(A continuation of previous correspondence).
Thanks for your letter. I have to say it is refreshing to be able to discuss this topic without sarcasm or put downs. I appreciate your intelligence and seriousness.
I want to begin by apologizing for taking so long to reply. I could point to the celebrations of Guadalupe, Christmas, my 25th anniversary, etc. However, I think the deeper problem has to do with difficulty of the questions you pose. As you noted it is hard to sort out the concepts of natural, artificial, passive, active, etc.
I have to admit I was even tempted to say, "well, it come downs to faith." The teaching does have the authority of the Magisterium beginning with the Fathers and extending through Pius XI to Paul VI and now John Paul II. But that same magisterium says it is part of the natural law and therefore can be demonstrated by reason. So with the caution that a Catholic must accept this teaching even if his reason goes against it, let's see if we can get any further using natural arguments.
First let me concede that artificial is not bad in itself. We're using a pretty artificial means of communication right now and I like it. It has real advantages. The Internet not only allows you and I to communicate over a great distance, but it stores the data of our exchange and makes it available to many other people. We have an ability to extend ourselves, our message, in a way St. Paul would have envied.
Still, even though the Internet is good, there are obviously better forms of communication. With the telephone we could hear the tone of each others voice and get quick clarification. But even better would be face to face conversation. Our facial expressions and "body language" would express volumes. The improvement in question is to move from artificial to natural.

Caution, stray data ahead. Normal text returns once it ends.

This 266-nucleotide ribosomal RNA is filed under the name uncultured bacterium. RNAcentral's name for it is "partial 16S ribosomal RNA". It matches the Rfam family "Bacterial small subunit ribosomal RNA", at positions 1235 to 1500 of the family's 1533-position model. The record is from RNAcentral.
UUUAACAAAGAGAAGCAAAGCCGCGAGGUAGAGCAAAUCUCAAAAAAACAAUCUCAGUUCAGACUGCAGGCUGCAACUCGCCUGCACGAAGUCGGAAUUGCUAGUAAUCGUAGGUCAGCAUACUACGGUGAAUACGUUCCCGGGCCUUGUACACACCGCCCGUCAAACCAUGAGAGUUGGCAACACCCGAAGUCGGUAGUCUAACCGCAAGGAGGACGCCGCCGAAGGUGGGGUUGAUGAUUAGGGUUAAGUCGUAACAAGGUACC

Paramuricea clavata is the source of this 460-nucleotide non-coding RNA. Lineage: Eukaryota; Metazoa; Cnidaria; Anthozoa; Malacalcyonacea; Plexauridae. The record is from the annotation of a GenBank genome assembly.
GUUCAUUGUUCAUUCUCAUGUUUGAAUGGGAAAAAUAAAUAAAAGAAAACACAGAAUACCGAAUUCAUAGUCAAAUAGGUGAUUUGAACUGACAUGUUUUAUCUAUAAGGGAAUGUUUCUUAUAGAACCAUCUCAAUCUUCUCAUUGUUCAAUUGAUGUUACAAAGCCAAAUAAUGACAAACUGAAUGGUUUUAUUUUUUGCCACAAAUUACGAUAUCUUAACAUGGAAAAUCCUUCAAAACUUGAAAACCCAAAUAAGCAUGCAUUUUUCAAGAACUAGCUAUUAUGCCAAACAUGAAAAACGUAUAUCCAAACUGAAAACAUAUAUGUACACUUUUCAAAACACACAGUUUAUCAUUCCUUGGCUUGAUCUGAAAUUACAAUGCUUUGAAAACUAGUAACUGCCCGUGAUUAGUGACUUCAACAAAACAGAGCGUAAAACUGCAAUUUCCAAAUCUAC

Natural is almost always superior. I had some fresh squeezed orange juice when I was down in Peru and I can guarantee you it was better than anything I could make from a concentrate. But best of all (as far as nutrition) is the inner orange itself, pulp and all.
Regarding marital relations I believe you and I are in agreement on what is the most "natural" (or simply the best): one which expresses full life-time commitment to the other person and is open to making a baby. This is not some lofty ideal, but like face to face conversation and fresh oranges, is actually achieved. (This achievement of course is dynamic; it involves hard work and grace to maintain it.) I've talked with couples who use natural family planning and they have shared with me the incredible joy they felt knowing they were making loving at the peak time of fertility. They knew this because even when they made love during infertile times they had to be conscious of their fertility. They did not suppress it, they did not block it, they did not destroy it. (Or like Onan try to cast it aside.)